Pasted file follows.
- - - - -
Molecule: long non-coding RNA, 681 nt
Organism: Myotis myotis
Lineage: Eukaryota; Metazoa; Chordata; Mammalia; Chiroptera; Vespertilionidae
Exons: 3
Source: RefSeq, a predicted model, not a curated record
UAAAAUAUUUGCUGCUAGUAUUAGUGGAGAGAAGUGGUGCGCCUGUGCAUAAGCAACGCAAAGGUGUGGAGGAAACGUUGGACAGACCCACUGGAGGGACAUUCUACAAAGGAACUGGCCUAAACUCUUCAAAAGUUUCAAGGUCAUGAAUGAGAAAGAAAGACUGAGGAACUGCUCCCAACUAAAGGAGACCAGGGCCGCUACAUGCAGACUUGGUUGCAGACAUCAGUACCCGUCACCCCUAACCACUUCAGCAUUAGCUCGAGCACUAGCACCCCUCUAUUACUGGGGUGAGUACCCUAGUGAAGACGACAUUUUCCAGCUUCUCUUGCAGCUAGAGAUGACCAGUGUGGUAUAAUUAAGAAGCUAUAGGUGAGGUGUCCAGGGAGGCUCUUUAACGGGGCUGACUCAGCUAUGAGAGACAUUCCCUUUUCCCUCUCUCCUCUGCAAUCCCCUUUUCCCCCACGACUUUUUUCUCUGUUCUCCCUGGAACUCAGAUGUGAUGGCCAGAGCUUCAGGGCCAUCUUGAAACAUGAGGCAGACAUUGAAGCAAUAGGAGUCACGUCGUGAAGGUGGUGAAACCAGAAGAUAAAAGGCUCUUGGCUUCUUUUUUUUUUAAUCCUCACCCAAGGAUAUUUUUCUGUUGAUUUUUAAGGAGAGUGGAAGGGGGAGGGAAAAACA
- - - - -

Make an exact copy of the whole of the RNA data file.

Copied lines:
Molecule: long non-coding RNA, 681 nt
Organism: Myotis myotis
Lineage: Eukaryota; Metazoa; Chordata; Mammalia; Chiroptera; Vespertilionidae
Exons: 3
Source: RefSeq, a predicted model, not a curated record
UAAAAUAUUUGCUGCUAGUAUUAGUGGAGAGAAGUGGUGCGCCUGUGCAUAAGCAACGCAAAGGUGUGGAGGAAACGUUGGACAGACCCACUGGAGGGACAUUCUACAAAGGAACUGGCCUAAACUCUUCAAAAGUUUCAAGGUCAUGAAUGAGAAAGAAAGACUGAGGAACUGCUCCCAACUAAAGGAGACCAGGGCCGCUACAUGCAGACUUGGUUGCAGACAUCAGUACCCGUCACCCCUAACCACUUCAGCAUUAGCUCGAGCACUAGCACCCCUCUAUUACUGGGGUGAGUACCCUAGUGAAGACGACAUUUUCCAGCUUCUCUUGCAGCUAGAGAUGACCAGUGUGGUAUAAUUAAGAAGCUAUAGGUGAGGUGUCCAGGGAGGCUCUUUAACGGGGCUGACUCAGCUAUGAGAGACAUUCCCUUUUCCCUCUCUCCUCUGCAAUCCCCUUUUCCCCCACGACUUUUUUCUCUGUUCUCCCUGGAACUCAGAUGUGAUGGCCAGAGCUUCAGGGCCAUCUUGAAACAUGAGGCAGACAUUGAAGCAAUAGGAGUCACGUCGUGAAGGUGGUGAAACCAGAAGAUAAAAGGCUCUUGGCUUCUUUUUUUUUUAAUCCUCACCCAAGGAUAUUUUUCUGUUGAUUUUUAAGGAGAGUGGAAGGGGGAGGGAAAAACA